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Unifor warns workplace surveillance violates rights

September 11, 2017 Ottawa—Canada’s largest union in the rail sector says that Bill C-49’s amendments to the Canada Transportation Act constitute a landmark privacy violation and will not improve safety.

“Recording workers on the job is not a safety tool, it is a surveillance tool,” said Jerry Dias, Unifor National President. “Managerial digital surveillance in the transportation industry is a dangerous precedent that will eventually spread to other sectors. This cannot become the government standard.”

Bill C-49, An Act to amend the Canada Transportation Act and other Acts respecting transportation and to make related and consequential amendments to other Acts, proposes to require all railway operators install and utilize Locomotive Voice and Video Recorders (LVVRs). Unifor says the government has provided little evidence to demonstrate how LVVRs will be an improvement over the “black box” data recorders already installed on trains.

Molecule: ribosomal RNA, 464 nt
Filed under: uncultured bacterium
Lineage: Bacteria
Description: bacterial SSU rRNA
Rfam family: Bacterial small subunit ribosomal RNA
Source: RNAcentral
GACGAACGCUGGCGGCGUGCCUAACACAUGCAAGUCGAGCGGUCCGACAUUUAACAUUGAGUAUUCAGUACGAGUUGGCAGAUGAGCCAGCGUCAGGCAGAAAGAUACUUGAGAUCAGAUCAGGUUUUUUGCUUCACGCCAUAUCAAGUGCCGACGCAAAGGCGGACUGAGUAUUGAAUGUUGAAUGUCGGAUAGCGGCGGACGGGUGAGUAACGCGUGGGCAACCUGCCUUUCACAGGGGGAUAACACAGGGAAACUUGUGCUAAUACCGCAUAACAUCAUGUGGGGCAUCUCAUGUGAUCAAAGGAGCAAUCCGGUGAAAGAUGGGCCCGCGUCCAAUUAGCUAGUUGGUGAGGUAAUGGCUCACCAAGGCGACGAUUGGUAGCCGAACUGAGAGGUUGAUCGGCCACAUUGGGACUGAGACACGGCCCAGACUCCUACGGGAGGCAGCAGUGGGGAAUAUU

“Our members work onboard so they have a unique and personal investment in railway safety, but federal legislation must not furnish employers with surveillance powers outside the scope of public safety,” said Bruce Snow, Unifor Rail Director. “Surveillance is an invasive and unnecessary distraction for rail workers that could lead to increased stress and reduced performance.”

The Standing Committee on Transport, Infrastructure and Communities begins hearings today in Ottawa on the bill. Unifor representatives met with senior Ministry of Transport officials on September 5.

Unifor is Canada’s largest union in the private sector, representing more than 315,000 workers in every major area of the economy. The union advocates for all working people and their rights, fights for equality and social justice in Canada and abroad, and strives to create progressive change for a better future.

For more information, please contact Unifor Communications Representative Ian Boyko at ian.boyko@unifor.org or 778-903-6549 (cell).